This study examined the relationship between scores on "speeded" cognitive and academic tests and the need for the accommodation of extended test time for normally achieving students (NA) and students with learning disabilities (LD). Often, in postsecondary settings the decision to provide the accommodation of extended test time is based largely on the diagnostic test scores in the student's LD documentation. Therefore, the primary purpose of this study was to evaluate the relationship between specific diagnostic tests and the need for the accommodation of extended test time. A secondary purpose was to investigate the relationships and predictive ability of five speeded cognitive tests, three speeded cluster scores, and two measures of timed reading. Correlations and logistic regression analyses were used to assess gain in score performance and predict the need for extended test time. Participants included 41 NA university students and 43 university students with LD. The findings indicated significant group differences on all speeded cognitive, reading, and academic tests, with the exception of Digit Symbol on the Wechsler Adult Intelligence Scale-III and Retrieval Fluency and Decision Speed tests on the Woodcock-Johnson III Tests of Cognitive Abilities. The Reading Fluency test and the Academic Fluency cluster of the Woodcock-Johnson Tests of Achievement III were the best predictors of students with LD who needed extended time on the multiple-choice reading comprehension test.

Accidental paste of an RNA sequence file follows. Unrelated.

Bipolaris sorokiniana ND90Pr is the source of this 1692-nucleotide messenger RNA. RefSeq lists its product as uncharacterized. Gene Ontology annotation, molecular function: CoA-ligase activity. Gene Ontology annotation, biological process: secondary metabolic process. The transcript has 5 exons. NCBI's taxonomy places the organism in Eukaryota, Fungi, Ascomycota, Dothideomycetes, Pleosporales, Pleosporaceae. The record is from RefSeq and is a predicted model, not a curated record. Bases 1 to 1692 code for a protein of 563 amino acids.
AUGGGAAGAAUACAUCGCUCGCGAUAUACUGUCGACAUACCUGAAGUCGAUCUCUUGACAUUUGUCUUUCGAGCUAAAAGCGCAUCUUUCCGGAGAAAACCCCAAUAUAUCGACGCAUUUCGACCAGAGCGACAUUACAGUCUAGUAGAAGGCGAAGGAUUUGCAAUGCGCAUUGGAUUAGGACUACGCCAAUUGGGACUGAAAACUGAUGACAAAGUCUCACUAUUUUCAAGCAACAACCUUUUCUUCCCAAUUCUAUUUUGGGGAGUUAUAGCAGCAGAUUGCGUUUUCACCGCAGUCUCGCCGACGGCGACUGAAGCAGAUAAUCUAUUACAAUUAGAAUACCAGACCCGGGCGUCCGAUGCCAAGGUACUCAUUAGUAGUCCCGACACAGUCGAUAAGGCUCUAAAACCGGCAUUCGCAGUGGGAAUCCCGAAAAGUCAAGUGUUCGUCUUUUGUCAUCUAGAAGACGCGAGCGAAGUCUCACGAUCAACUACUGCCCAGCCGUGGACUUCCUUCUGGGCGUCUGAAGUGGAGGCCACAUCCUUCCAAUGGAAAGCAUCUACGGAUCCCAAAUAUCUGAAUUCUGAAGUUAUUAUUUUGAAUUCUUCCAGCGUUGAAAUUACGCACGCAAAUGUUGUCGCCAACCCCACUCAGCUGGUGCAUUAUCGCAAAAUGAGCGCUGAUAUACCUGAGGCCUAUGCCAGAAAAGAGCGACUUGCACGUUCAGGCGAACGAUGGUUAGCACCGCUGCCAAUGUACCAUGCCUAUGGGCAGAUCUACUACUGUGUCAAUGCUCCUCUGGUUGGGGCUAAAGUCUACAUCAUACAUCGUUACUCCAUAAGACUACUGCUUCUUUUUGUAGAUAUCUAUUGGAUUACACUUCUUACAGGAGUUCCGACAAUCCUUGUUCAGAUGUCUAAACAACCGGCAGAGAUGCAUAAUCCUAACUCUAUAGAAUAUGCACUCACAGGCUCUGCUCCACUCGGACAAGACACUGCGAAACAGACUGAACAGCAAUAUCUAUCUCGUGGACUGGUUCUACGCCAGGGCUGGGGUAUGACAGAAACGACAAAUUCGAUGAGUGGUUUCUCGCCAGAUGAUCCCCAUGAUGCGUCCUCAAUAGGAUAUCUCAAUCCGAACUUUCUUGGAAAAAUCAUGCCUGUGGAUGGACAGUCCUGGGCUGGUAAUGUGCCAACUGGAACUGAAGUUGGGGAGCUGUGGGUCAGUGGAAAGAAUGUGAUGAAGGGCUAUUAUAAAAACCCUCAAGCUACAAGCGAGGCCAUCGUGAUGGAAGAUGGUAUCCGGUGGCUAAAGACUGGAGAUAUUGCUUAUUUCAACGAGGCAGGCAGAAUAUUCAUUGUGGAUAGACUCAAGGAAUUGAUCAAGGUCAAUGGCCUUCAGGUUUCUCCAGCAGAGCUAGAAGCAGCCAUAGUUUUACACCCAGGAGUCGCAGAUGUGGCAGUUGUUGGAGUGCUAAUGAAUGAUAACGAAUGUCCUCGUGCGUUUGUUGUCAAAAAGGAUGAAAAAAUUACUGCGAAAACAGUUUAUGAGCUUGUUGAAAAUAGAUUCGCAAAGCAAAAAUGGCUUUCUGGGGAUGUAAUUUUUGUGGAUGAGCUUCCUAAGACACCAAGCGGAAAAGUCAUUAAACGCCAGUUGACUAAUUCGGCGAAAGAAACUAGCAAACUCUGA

ASJC Scopus subject areas
- Clinical Psychology